FRIENDLY, Circuit Judge.
Swift & Co. and Armour & Co. pack frozen stuffed turkeys in Minnesota and Wisconsin. They ship the turkeys into New York for sale to retailers who resell them to consumers. The turkeys are labelled so as to show the total weight of the stuffed bird, as required by the United States Department of Agriculture. The packers have brought this action against the Commissioner of Agriculture and Markets of New York seeking a declaration of their right to sell turkeys in New York under the federally approved label and an injunction against the New York Commissioner's interfering with such sales by enforcing § 193 of New York's Agriculture and Markets Law, McKinney's Consol.Laws, c. 69 and regulations issued thereunder which he construes as requiring a statement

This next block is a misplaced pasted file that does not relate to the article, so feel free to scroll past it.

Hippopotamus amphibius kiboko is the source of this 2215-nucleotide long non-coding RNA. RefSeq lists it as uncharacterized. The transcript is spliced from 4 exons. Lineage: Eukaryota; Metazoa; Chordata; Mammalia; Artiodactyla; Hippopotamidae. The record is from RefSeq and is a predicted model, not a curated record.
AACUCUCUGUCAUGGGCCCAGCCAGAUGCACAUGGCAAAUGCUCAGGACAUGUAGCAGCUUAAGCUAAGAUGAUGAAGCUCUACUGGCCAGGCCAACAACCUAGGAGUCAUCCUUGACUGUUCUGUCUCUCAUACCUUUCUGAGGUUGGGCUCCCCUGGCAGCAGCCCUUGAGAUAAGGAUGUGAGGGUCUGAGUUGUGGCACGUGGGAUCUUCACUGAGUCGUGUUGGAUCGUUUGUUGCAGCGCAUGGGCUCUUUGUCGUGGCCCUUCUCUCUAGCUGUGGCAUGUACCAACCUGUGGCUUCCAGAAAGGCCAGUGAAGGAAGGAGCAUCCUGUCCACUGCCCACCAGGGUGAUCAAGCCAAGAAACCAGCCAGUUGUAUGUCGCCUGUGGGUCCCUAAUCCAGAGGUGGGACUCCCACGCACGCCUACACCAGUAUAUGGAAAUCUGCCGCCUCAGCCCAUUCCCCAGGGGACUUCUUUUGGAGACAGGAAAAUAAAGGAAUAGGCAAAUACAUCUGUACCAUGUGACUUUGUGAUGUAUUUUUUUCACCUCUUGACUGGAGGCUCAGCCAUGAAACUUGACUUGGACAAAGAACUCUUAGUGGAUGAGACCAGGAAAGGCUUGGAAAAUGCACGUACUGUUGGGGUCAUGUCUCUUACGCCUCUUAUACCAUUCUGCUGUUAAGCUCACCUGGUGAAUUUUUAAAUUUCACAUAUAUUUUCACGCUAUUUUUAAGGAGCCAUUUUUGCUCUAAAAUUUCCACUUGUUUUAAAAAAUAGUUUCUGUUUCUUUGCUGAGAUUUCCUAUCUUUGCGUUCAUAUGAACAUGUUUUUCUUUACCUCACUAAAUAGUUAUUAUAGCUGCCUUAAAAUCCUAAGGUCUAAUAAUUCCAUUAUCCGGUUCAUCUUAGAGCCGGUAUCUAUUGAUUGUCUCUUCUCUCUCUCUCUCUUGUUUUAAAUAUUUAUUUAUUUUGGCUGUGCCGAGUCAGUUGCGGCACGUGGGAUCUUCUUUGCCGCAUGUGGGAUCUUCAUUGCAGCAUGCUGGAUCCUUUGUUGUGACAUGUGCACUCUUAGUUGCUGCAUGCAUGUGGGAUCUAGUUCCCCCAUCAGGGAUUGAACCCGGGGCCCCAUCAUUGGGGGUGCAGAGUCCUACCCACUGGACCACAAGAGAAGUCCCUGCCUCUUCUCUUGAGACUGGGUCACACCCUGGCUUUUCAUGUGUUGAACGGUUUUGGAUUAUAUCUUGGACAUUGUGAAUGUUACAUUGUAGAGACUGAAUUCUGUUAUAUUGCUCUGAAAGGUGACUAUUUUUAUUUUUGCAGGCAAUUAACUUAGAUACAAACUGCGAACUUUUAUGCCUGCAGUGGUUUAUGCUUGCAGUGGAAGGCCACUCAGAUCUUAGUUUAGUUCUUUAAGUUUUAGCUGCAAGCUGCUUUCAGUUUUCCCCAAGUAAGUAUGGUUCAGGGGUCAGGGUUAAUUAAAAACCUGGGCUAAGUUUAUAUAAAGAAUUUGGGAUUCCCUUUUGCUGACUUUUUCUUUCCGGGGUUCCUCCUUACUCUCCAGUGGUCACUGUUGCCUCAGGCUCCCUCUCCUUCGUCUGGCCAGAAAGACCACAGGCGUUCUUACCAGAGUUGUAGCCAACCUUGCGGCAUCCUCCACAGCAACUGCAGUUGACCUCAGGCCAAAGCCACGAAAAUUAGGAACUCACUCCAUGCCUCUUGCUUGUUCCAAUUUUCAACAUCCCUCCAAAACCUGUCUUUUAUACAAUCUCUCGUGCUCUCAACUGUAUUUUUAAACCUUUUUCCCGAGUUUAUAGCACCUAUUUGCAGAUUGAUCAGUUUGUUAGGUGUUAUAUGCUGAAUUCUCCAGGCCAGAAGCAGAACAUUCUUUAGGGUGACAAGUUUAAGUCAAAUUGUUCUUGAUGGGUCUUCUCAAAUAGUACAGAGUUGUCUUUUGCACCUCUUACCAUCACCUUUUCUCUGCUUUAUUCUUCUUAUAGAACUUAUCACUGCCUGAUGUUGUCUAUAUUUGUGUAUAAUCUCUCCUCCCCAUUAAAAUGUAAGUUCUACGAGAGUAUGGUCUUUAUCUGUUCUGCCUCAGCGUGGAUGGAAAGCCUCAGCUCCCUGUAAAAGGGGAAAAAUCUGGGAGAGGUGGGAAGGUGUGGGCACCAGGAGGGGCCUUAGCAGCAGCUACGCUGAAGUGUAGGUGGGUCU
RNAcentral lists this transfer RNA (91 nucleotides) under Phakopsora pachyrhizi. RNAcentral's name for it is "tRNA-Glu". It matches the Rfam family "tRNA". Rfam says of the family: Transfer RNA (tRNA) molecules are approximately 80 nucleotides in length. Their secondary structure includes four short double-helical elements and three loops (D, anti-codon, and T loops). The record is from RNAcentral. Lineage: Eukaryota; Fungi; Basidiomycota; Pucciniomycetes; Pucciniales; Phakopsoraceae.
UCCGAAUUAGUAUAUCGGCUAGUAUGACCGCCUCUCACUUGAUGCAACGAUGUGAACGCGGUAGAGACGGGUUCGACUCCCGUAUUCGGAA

The complaint alleged that § 193 of the Agriculture and Markets Law and action threatened by the Commissioner under it violated the plaintiffs' rights under the commerce and supremacy clauses of the Federal Constitution and the due process and equal protection clauses of the Fourteenth Amendment. Plaintiffs requested that a three-judge court be called to hear and determine the case pursuant to 28 U.S.C. § 2281. Believing that the case might be within that section, Judge Croake, to whom the application came, caused such a court to be assembled as provided in 28 U.S.C. § 2284. For reasons that will later appear, we think it best to take what might seem the unorthodox course of discussing the merits before we address ourselves to the puzzling question, which the parties have not disputed, whether the case is appropriate for a three-judge court under § 2281.